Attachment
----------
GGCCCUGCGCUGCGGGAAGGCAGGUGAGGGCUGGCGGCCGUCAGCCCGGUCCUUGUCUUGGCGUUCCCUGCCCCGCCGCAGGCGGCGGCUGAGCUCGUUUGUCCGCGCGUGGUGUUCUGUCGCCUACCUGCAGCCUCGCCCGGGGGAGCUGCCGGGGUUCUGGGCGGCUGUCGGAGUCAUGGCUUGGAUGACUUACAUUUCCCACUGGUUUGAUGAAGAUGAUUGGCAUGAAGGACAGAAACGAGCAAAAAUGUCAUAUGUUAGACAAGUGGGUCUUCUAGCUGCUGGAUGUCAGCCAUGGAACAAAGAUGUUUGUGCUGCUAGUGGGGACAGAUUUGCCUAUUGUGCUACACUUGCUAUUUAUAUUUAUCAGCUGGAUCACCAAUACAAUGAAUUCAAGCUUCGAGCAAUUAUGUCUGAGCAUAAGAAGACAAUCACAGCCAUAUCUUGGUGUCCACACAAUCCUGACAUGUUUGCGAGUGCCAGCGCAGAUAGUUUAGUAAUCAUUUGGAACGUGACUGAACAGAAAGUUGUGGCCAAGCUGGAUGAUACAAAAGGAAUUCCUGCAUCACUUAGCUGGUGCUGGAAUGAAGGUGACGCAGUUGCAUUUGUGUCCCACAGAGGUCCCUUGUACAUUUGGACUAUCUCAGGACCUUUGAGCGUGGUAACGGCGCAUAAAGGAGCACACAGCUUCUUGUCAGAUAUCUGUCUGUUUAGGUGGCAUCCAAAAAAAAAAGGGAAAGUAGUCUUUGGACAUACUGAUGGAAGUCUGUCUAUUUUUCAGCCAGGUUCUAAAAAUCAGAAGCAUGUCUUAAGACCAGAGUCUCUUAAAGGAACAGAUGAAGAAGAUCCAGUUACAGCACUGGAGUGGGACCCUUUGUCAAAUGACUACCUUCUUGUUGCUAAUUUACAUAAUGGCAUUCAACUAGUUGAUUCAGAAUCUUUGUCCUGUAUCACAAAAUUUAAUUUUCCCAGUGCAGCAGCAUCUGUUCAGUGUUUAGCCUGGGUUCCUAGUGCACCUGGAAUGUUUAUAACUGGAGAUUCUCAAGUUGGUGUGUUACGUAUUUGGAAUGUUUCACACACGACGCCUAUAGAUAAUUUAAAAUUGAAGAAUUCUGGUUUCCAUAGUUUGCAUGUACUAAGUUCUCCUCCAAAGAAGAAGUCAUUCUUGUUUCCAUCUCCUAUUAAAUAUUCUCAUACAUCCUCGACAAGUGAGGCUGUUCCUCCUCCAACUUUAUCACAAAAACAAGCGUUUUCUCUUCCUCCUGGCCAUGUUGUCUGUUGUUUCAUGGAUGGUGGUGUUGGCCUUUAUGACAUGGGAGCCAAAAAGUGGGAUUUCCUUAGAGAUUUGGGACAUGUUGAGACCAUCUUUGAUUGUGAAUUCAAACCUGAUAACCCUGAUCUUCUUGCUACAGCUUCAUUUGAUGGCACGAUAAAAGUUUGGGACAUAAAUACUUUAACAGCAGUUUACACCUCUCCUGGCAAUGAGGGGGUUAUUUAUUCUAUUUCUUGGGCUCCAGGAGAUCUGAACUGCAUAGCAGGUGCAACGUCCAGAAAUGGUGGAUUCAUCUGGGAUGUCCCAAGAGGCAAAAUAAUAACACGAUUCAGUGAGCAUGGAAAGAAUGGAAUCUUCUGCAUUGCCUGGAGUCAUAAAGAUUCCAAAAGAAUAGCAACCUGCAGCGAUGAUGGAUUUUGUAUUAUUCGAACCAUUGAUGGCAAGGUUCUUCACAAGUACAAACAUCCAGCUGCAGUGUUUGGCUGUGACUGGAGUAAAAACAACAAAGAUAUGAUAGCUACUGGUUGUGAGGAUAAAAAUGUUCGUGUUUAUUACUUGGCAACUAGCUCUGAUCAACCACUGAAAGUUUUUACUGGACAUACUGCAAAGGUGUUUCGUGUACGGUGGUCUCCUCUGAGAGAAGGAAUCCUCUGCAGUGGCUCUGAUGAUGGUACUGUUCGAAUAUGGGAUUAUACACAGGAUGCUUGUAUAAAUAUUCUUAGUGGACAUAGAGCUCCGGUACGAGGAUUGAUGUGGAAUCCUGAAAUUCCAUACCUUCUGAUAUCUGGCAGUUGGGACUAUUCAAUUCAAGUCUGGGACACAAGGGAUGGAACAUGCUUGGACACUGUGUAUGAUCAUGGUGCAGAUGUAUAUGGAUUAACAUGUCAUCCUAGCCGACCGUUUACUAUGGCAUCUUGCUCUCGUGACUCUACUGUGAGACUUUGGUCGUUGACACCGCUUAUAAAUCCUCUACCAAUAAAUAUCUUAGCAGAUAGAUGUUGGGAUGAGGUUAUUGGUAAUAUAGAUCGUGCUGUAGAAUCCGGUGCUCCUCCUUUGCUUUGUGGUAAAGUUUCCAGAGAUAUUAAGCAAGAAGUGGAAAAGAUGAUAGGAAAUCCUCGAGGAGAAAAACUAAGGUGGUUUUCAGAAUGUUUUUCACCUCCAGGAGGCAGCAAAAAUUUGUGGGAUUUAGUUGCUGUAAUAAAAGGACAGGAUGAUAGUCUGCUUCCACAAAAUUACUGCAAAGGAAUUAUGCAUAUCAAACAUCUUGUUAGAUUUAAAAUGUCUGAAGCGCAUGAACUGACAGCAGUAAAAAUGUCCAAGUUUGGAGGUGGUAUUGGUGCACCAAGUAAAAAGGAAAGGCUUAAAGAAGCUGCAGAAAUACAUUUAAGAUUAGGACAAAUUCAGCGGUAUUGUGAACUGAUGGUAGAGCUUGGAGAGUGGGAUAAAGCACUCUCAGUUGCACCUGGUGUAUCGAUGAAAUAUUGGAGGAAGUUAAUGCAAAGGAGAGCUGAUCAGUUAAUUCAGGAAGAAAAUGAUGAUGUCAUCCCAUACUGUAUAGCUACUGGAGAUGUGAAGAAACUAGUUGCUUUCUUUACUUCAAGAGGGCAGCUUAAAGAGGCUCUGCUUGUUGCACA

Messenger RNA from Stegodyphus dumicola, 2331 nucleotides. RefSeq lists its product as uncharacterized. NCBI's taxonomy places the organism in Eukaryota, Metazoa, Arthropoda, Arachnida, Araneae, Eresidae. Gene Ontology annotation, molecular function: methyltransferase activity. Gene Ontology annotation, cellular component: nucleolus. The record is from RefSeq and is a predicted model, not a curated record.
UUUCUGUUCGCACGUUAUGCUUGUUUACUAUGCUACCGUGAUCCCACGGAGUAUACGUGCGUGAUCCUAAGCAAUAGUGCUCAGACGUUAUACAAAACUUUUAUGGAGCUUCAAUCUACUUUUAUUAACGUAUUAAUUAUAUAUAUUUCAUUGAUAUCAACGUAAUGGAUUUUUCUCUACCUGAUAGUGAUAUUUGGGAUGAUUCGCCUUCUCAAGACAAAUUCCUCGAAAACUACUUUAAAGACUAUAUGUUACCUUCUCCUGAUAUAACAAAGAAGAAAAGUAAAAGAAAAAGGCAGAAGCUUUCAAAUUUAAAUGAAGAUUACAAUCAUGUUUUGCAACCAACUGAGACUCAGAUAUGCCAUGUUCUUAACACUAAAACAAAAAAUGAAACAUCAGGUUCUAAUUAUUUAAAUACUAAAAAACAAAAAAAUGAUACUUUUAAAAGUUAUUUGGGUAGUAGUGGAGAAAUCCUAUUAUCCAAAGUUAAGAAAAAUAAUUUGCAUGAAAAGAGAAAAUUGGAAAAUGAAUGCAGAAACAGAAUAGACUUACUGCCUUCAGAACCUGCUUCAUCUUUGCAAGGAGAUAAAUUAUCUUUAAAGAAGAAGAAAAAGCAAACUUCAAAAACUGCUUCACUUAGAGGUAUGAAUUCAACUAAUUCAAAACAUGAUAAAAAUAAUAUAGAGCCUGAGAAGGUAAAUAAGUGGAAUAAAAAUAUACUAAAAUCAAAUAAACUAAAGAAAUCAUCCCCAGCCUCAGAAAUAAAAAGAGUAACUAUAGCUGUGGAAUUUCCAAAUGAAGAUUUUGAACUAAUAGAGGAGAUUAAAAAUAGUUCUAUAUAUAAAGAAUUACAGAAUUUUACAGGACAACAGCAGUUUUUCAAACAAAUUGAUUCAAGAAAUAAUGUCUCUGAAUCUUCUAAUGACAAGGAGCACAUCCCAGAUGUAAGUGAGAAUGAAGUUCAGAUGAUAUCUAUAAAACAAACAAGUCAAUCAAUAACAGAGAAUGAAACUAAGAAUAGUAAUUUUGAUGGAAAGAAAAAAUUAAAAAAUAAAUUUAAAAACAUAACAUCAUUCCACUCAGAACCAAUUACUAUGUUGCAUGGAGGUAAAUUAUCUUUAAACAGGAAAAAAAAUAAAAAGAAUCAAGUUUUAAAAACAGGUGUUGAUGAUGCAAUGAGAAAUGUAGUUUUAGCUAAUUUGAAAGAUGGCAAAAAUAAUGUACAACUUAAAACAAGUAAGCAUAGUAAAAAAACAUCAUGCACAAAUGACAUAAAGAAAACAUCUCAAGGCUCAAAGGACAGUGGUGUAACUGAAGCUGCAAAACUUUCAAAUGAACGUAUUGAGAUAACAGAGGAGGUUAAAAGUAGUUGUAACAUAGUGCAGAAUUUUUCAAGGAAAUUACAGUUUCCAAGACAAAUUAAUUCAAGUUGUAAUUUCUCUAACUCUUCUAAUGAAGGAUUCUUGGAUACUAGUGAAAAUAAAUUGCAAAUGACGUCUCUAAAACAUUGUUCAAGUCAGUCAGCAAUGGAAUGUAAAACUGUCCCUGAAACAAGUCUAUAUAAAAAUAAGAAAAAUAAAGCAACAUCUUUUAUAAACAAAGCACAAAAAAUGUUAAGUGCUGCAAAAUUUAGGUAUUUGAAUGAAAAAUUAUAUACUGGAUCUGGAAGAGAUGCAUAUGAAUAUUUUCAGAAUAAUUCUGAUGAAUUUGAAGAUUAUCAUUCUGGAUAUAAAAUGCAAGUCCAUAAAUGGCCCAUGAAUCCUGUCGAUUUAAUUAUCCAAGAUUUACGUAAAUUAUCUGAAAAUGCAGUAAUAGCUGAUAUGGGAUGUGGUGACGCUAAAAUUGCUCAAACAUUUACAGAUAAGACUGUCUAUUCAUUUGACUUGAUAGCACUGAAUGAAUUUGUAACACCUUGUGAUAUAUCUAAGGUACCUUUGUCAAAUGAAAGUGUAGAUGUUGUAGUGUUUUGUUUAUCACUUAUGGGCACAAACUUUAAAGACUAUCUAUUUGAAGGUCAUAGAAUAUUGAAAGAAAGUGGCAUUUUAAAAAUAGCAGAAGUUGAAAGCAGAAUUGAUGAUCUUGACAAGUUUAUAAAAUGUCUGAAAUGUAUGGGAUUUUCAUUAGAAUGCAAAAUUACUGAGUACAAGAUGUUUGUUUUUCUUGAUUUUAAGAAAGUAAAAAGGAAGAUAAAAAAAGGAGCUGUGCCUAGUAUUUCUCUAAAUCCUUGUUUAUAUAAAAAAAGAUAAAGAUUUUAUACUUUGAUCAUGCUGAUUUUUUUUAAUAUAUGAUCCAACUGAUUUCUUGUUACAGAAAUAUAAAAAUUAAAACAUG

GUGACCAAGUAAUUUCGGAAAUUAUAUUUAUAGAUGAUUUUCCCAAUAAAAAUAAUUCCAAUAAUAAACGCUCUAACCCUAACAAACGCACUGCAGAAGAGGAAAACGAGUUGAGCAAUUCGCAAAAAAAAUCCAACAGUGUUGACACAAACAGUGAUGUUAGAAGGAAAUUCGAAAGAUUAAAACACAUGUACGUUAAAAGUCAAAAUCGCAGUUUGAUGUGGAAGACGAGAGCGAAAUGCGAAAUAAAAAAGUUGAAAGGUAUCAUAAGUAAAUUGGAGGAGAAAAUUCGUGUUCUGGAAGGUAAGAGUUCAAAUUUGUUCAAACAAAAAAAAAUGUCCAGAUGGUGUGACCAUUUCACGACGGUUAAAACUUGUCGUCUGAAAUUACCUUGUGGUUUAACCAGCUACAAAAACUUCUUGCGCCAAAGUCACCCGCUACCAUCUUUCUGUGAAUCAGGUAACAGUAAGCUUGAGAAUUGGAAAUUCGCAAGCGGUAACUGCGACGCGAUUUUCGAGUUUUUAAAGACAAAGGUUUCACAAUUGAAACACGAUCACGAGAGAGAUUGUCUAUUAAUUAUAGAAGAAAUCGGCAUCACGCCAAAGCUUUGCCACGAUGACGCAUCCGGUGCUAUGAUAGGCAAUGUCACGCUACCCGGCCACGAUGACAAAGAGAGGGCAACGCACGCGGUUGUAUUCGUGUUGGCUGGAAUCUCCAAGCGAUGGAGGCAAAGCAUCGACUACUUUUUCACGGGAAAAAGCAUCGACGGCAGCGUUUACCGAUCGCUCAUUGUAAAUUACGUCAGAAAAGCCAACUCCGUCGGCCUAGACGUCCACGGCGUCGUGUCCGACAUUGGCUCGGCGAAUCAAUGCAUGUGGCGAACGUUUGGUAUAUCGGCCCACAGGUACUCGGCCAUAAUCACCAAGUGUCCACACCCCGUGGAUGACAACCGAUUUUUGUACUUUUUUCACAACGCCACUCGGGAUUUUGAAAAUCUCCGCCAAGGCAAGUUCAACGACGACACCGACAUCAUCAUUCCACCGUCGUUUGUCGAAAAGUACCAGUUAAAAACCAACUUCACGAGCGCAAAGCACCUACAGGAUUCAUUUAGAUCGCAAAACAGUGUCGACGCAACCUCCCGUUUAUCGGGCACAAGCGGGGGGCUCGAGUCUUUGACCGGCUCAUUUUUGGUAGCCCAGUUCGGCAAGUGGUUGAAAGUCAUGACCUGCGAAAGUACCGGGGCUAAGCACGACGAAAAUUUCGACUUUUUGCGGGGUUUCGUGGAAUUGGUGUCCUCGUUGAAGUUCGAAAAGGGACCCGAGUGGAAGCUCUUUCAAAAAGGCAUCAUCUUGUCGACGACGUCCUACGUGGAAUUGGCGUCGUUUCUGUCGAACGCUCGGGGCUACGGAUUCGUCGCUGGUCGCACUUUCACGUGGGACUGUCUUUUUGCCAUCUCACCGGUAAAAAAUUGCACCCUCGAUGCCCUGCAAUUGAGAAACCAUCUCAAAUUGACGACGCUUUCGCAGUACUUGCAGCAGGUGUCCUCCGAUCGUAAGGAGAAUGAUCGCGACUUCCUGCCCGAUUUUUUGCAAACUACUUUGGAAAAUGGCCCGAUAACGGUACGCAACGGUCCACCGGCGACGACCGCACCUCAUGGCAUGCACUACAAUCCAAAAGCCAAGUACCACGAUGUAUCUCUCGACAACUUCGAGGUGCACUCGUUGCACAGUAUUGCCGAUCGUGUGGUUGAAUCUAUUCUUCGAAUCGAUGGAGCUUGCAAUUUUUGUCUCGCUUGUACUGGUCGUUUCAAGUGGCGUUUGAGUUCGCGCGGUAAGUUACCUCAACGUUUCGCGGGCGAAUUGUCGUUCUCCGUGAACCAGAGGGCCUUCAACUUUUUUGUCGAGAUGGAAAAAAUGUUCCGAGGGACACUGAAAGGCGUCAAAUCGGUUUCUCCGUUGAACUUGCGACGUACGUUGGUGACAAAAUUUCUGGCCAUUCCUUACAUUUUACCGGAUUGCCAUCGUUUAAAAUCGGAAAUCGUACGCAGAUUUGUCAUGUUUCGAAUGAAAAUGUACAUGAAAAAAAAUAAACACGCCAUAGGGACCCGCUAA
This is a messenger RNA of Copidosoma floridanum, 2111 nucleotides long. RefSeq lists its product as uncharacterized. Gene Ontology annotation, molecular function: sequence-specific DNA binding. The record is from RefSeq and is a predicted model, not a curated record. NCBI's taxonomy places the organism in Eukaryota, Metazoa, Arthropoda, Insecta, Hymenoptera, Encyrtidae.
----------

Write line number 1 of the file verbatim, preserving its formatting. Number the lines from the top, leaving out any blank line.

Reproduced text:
GGCCCUGCGCUGCGGGAAGGCAGGUGAGGGCUGGCGGCCGUCAGCCCGGUCCUUGUCUUGGCGUUCCCUGCCCCGCCGCAGGCGGCGGCUGAGCUCGUUUGUCCGCGCGUGGUGUUCUGUCGCCUACCUGCAGCCUCGCCCGGGGGAGCUGCCGGGGUUCUGGGCGGCUGUCGGAGUCAUGGCUUGGAUGACUUACAUUUCCCACUGGUUUGAUGAAGAUGAUUGGCAUGAAGGACAGAAACGAGCAAAAAUGUCAUAUGUUAGACAAGUGGGUCUUCUAGCUGCUGGAUGUCAGCCAUGGAACAAAGAUGUUUGUGCUGCUAGUGGGGACAGAUUUGCCUAUUGUGCUACACUUGCUAUUUAUAUUUAUCAGCUGGAUCACCAAUACAAUGAAUUCAAGCUUCGAGCAAUUAUGUCUGAGCAUAAGAAGACAAUCACAGCCAUAUCUUGGUGUCCACACAAUCCUGACAUGUUUGCGAGUGCCAGCGCAGAUAGUUUAGUAAUCAUUUGGAACGUGACUGAACAGAAAGUUGUGGCCAAGCUGGAUGAUACAAAAGGAAUUCCUGCAUCACUUAGCUGGUGCUGGAAUGAAGGUGACGCAGUUGCAUUUGUGUCCCACAGAGGUCCCUUGUACAUUUGGACUAUCUCAGGACCUUUGAGCGUGGUAACGGCGCAUAAAGGAGCACACAGCUUCUUGUCAGAUAUCUGUCUGUUUAGGUGGCAUCCAAAAAAAAAAGGGAAAGUAGUCUUUGGACAUACUGAUGGAAGUCUGUCUAUUUUUCAGCCAGGUUCUAAAAAUCAGAAGCAUGUCUUAAGACCAGAGUCUCUUAAAGGAACAGAUGAAGAAGAUCCAGUUACAGCACUGGAGUGGGACCCUUUGUCAAAUGACUACCUUCUUGUUGCUAAUUUACAUAAUGGCAUUCAACUAGUUGAUUCAGAAUCUUUGUCCUGUAUCACAAAAUUUAAUUUUCCCAGUGCAGCAGCAUCUGUUCAGUGUUUAGCCUGGGUUCCUAGUGCACCUGGAAUGUUUAUAACUGGAGAUUCUCAAGUUGGUGUGUUACGUAUUUGGAAUGUUUCACACACGACGCCUAUAGAUAAUUUAAAAUUGAAGAAUUCUGGUUUCCAUAGUUUGCAUGUACUAAGUUCUCCUCCAAAGAAGAAGUCAUUCUUGUUUCCAUCUCCUAUUAAAUAUUCUCAUACAUCCUCGACAAGUGAGGCUGUUCCUCCUCCAACUUUAUCACAAAAACAAGCGUUUUCUCUUCCUCCUGGCCAUGUUGUCUGUUGUUUCAUGGAUGGUGGUGUUGGCCUUUAUGACAUGGGAGCCAAAAAGUGGGAUUUCCUUAGAGAUUUGGGACAUGUUGAGACCAUCUUUGAUUGUGAAUUCAAACCUGAUAACCCUGAUCUUCUUGCUACAGCUUCAUUUGAUGGCACGAUAAAAGUUUGGGACAUAAAUACUUUAACAGCAGUUUACACCUCUCCUGGCAAUGAGGGGGUUAUUUAUUCUAUUUCUUGGGCUCCAGGAGAUCUGAACUGCAUAGCAGGUGCAACGUCCAGAAAUGGUGGAUUCAUCUGGGAUGUCCCAAGAGGCAAAAUAAUAACACGAUUCAGUGAGCAUGGAAAGAAUGGAAUCUUCUGCAUUGCCUGGAGUCAUAAAGAUUCCAAAAGAAUAGCAACCUGCAGCGAUGAUGGAUUUUGUAUUAUUCGAACCAUUGAUGGCAAGGUUCUUCACAAGUACAAACAUCCAGCUGCAGUGUUUGGCUGUGACUGGAGUAAAAACAACAAAGAUAUGAUAGCUACUGGUUGUGAGGAUAAAAAUGUUCGUGUUUAUUACUUGGCAACUAGCUCUGAUCAACCACUGAAAGUUUUUACUGGACAUACUGCAAAGGUGUUUCGUGUACGGUGGUCUCCUCUGAGAGAAGGAAUCCUCUGCAGUGGCUCUGAUGAUGGUACUGUUCGAAUAUGGGAUUAUACACAGGAUGCUUGUAUAAAUAUUCUUAGUGGACAUAGAGCUCCGGUACGAGGAUUGAUGUGGAAUCCUGAAAUUCCAUACCUUCUGAUAUCUGGCAGUUGGGACUAUUCAAUUCAAGUCUGGGACACAAGGGAUGGAACAUGCUUGGACACUGUGUAUGAUCAUGGUGCAGAUGUAUAUGGAUUAACAUGUCAUCCUAGCCGACCGUUUACUAUGGCAUCUUGCUCUCGUGACUCUACUGUGAGACUUUGGUCGUUGACACCGCUUAUAAAUCCUCUACCAAUAAAUAUCUUAGCAGAUAGAUGUUGGGAUGAGGUUAUUGGUAAUAUAGAUCGUGCUGUAGAAUCCGGUGCUCCUCCUUUGCUUUGUGGUAAAGUUUCCAGAGAUAUUAAGCAAGAAGUGGAAAAGAUGAUAGGAAAUCCUCGAGGAGAAAAACUAAGGUGGUUUUCAGAAUGUUUUUCACCUCCAGGAGGCAGCAAAAAUUUGUGGGAUUUAGUUGCUGUAAUAAAAGGACAGGAUGAUAGUCUGCUUCCACAAAAUUACUGCAAAGGAAUUAUGCAUAUCAAACAUCUUGUUAGAUUUAAAAUGUCUGAAGCGCAUGAACUGACAGCAGUAAAAAUGUCCAAGUUUGGAGGUGGUAUUGGUGCACCAAGUAAAAAGGAAAGGCUUAAAGAAGCUGCAGAAAUACAUUUAAGAUUAGGACAAAUUCAGCGGUAUUGUGAACUGAUGGUAGAGCUUGGAGAGUGGGAUAAAGCACUCUCAGUUGCACCUGGUGUAUCGAUGAAAUAUUGGAGGAAGUUAAUGCAAAGGAGAGCUGAUCAGUUAAUUCAGGAAGAAAAUGAUGAUGUCAUCCCAUACUGUAUAGCUACUGGAGAUGUGAAGAAACUAGUUGCUUUCUUUACUUCAAGAGGGCAGCUUAAAGAGGCUCUGCUUGUUGCACA